“It’s similar to the way bats navigate,” scientist says.
Smartphones already have the ability to monitor human health. Apps these days can track the amount of calories burned throughout the day, determine a user’s heart rate and follow one’s sleeping patterns.
Now, a new app in the development stage at the University of Washington can wirelessly detect sleep apnea episodes, potentially saving those who suffer from the sleep disorder thousands of dollars.
Sleep apnea is a sleeping disorder that is commonly caused by blockage of the airway (obstructive sleep apnea) or the brain failing to signal muscles to breath during sleep (central sleep apnea). Obstructive sleep apnea, which is much more common, affects roughly 25 million Americans.
How the app works:
There are home sleep apnea tests that function similarly, but the new app, named ApneaApp, uses sonar technology to track breathing patterns without a person having to sleep amidst a tangle of wires and sensors.
ApneaApp sends inaudible sound waves from the phone’s speaker that bounce off people in their sleep to track miniscule changes in their breathing pattern. The returning sound waves are then picked up by the phone’s microphone.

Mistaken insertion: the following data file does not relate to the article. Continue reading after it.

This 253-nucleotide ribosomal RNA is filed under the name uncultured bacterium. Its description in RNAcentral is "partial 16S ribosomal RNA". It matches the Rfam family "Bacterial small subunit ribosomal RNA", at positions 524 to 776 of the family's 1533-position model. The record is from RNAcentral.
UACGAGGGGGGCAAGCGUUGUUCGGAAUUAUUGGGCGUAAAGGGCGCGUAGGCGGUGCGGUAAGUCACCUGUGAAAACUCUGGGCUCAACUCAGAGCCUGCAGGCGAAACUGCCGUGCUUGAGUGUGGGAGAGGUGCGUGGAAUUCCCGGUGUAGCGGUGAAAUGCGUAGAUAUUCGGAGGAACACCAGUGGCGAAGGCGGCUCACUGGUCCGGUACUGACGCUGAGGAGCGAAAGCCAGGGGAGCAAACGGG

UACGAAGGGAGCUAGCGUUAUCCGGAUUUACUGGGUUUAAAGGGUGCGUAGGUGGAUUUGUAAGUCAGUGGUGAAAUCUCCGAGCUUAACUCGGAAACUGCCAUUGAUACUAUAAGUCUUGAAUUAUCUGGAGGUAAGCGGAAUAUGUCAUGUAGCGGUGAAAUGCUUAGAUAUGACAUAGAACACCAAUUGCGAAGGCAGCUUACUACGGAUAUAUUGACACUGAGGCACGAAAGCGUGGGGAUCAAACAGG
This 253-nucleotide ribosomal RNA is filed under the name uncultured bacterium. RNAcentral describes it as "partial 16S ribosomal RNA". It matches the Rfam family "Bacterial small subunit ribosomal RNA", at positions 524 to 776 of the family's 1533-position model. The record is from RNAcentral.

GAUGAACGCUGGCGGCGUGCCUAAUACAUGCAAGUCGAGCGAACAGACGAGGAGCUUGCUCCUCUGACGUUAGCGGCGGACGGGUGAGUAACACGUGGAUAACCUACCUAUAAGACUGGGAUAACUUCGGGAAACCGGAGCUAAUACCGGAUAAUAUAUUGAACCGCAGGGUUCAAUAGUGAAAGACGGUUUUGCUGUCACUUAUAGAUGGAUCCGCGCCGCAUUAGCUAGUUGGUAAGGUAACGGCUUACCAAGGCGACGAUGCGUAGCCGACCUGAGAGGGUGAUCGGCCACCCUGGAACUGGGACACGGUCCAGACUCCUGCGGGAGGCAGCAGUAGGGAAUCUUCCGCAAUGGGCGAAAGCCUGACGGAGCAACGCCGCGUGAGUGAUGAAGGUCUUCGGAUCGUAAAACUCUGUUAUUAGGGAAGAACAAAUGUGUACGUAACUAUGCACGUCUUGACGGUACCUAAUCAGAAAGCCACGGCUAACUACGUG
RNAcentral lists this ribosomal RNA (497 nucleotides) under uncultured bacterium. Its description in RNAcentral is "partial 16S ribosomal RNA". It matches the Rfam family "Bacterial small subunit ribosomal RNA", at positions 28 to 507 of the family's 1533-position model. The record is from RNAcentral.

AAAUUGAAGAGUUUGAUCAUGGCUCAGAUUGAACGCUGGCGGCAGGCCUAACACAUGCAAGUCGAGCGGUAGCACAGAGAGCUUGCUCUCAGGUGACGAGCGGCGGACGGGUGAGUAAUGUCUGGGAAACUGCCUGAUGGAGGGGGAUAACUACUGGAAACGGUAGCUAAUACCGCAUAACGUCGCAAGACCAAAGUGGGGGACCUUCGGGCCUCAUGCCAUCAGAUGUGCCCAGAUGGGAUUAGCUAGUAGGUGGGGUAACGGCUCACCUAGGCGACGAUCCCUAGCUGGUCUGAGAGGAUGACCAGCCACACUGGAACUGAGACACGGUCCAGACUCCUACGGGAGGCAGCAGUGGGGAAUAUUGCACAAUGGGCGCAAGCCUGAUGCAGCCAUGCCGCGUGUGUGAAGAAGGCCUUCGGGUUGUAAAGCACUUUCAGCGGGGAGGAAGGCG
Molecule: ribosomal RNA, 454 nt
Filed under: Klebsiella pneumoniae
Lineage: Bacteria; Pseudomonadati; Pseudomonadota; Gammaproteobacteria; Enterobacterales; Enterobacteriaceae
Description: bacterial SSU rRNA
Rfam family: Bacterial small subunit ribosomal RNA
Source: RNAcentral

“It’s similar to the way bats navigate,” said Rajalakshmi Nandakumar, lead author and a Ph.D. student in the UW’s department of computer science and engineering. “They send out sound signals that hit a target, and when those signals bounce back they know something is there.”
Since sound wave patterns can change due to distance, the app is able to distinguish between the breathing patterns of two different people sleeping side by side. It efficiently traces breathing patterns from distances up to three feet, so users can place their smartphones at their bedside tables, as they normally would. Regardless of one’s sleeping position, ApneaApp can track breathing patterns—even when the person is underneath a blanket.
The high frequency of the app’s emitted sound waves, which adults cannot hear, means that other audible sounds, such as talking, fans and street noise aren’t picked up by the microphone. And while children may hear ApneaApp’s high-pitched sound waves, researchers are developing a newer version with sound waves that will be inaudible to all humans.
Researchers believe the app could be available to smartphone users within the next two years.
Posted on May 4, 2015 | By Kyle Jensen http://blog.seattlepi.com/